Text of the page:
Monday, February 8, 2010

Children of the night (Kathmandu Post -- editorial)

The process of inter-country adoption of children from Nepal has never been free of controversy. In 2007, when it surfaced that many orphanages made lucrative business sending children out of the country, inter-country adoptions from Nepal were temporarily suspended; the orphanages that didn’t meet the minimum government criteria were closed down. Inter-country adoptions were restarted in 2008 — partly owing to the pressure of the adoptive parents abroad who had already completed the necessary paperwork. To close the existing loopholes, the Ministry of Women, Children and Social Welfare was made the final authority on all international adoptions.

But the latest survey report of the Hague Conference on Private International Law makes it clear that many of those loopholes remain. The report pointed out, among others flaws, the continuing stream of falsified documents being presented to facilitate adoption process. The Conference report is based on the Swiss-funded charity Terre des homes’ study which found that 60 percent of children in Nepali orphanages had parents to take care of them. In light of this continuing malpractice, the Conference has urged Nepal to suspend inter-country adoptions until rigorous provisions to safeguard child rights are put in place.

Opinions inside the country are divided on the report. But there does seem to be some truth to the claims of wrongdoing by those involved in the process. Besides Terre des homes’, the UNICEF has also been voicing its concerns time and again about the trend of abduction, trafficking and selling of Nepali children.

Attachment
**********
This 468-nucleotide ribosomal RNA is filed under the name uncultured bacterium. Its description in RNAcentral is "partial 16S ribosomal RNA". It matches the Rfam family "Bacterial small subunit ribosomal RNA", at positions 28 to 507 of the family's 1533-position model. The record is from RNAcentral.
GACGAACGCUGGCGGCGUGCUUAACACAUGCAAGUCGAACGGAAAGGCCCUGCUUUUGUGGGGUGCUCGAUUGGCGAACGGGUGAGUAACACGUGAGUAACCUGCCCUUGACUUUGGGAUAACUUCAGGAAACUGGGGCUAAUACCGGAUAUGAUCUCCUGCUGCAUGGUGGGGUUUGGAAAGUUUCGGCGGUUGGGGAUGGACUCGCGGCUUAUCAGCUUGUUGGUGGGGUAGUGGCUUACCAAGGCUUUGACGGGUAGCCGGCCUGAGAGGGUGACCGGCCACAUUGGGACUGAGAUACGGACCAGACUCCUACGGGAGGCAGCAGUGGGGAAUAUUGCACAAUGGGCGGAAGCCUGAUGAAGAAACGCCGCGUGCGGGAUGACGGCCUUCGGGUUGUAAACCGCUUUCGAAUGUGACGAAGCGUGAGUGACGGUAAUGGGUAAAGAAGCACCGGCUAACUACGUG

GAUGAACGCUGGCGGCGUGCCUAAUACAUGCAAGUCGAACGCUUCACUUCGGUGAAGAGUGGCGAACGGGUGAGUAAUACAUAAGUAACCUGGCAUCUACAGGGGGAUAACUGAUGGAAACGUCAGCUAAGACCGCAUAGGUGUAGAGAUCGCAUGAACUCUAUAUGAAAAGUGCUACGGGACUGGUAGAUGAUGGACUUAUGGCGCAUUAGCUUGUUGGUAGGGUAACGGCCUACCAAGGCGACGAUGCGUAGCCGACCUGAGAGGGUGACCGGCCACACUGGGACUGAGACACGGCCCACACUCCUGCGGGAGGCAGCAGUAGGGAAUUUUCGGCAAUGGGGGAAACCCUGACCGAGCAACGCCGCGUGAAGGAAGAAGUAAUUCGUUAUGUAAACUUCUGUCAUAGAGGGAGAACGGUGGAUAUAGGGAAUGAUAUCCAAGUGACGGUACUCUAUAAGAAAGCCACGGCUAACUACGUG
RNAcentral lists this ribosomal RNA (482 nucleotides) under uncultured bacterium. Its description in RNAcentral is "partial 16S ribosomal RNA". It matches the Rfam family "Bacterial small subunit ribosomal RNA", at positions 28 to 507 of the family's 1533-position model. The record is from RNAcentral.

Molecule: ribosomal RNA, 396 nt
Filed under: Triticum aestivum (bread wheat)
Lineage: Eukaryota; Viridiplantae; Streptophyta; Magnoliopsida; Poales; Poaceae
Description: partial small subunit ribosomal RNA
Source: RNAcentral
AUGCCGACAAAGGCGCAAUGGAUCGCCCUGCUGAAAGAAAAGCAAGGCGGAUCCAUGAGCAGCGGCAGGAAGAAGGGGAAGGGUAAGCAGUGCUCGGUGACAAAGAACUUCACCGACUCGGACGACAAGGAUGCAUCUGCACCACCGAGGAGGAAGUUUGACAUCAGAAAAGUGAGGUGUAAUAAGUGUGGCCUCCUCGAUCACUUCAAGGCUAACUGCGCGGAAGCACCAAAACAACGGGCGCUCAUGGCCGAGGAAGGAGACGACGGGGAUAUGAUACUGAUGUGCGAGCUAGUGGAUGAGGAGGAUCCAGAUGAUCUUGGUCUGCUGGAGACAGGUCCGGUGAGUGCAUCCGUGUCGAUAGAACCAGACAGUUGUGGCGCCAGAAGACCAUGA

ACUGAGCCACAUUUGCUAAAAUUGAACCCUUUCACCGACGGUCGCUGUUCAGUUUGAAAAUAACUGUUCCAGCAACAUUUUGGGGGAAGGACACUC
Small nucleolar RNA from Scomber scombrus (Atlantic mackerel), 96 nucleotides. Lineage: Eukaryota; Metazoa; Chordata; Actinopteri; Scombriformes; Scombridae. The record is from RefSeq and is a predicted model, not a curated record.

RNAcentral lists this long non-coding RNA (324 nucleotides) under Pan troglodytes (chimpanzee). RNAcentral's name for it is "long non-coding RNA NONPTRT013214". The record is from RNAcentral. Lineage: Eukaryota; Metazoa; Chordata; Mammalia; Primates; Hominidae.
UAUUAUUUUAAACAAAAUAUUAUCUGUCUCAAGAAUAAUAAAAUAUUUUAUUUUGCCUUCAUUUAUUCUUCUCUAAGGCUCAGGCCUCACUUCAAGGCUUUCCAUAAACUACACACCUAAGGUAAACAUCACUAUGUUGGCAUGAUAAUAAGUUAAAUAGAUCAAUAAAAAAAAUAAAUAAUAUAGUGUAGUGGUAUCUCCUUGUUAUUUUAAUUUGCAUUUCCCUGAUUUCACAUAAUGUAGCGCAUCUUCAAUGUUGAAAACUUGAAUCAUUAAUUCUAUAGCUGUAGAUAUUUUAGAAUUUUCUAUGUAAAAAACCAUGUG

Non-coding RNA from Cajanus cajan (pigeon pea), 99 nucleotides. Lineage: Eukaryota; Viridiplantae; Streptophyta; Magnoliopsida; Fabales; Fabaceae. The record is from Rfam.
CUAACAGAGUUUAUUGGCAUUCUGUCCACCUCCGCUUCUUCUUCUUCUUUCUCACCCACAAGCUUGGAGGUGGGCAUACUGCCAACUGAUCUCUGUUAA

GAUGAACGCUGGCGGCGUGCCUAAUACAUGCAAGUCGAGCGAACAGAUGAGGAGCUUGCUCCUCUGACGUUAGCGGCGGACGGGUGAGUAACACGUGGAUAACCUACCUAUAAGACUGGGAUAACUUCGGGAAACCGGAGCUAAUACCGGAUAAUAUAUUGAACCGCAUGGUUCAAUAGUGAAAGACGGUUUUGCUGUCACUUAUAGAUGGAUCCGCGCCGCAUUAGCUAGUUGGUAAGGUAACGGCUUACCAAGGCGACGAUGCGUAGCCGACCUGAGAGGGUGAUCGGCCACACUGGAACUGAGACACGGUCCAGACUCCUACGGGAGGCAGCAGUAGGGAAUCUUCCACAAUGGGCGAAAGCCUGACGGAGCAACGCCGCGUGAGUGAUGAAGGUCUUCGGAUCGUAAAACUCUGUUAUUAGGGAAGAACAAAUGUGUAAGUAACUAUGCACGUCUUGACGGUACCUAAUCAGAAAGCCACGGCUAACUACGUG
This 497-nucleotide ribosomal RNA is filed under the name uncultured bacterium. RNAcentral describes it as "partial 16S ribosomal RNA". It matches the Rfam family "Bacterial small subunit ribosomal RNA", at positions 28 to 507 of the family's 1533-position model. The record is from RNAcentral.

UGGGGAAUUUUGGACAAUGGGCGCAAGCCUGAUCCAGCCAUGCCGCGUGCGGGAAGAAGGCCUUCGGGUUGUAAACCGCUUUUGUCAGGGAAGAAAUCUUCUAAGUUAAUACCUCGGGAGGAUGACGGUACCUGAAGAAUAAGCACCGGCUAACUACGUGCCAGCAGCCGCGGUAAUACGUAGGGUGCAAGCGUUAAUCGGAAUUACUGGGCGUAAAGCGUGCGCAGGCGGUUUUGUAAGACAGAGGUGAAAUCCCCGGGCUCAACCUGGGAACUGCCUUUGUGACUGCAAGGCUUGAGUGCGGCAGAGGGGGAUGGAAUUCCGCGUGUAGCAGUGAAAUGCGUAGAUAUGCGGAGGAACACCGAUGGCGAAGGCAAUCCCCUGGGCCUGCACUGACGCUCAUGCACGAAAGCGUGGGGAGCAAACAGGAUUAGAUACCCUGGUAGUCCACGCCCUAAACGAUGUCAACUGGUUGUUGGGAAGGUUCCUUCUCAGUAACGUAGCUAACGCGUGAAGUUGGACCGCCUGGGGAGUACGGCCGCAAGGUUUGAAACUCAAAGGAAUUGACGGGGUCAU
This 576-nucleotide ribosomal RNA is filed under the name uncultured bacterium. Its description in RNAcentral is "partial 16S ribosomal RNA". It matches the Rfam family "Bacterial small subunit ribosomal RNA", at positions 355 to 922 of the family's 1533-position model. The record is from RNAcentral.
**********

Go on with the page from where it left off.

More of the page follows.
It isn’t surprising that some unscrupulous middlemen are exploiting the loopholes in existing laws considering the money involved: Prospective parents have to pay US $5,000 to foster homes before adopting a child. But, according to some child rights activists, much more changes hands as orphanages persuade parents to part with their children through lucrative offers. And if there any truth to the allegations make by the Hague Conference, it is likely that some of the certified orphanages are engaged in the unholy business. But money is not all that is being offered to biological parents. Some parents, it has emerged, are given to understand that their children are being taken away for education.

The reforms introduced in 2008 have thus proven insufficient to halt illegal inter-country adoption. Some problems, for a time being, seem intractable. For instance, the government is finding it devilishly hard to vet the parents for their intent. How do the authorities find out if the biological parents are putting up their children for adoption owing to their financial constraints or due to monetary incentives from orphanages? Hard as these problems are to tackle, the trend of profiteering from children is unlikely to stop unless they are. What is undeniable is that whatever step the government takes, it has to be with the best interest of children in mind. The monetary stakes of the government and the orphanages are clearly secondary here.

Ethics, Transparency, Support
~ What All Adoptions Deserve.

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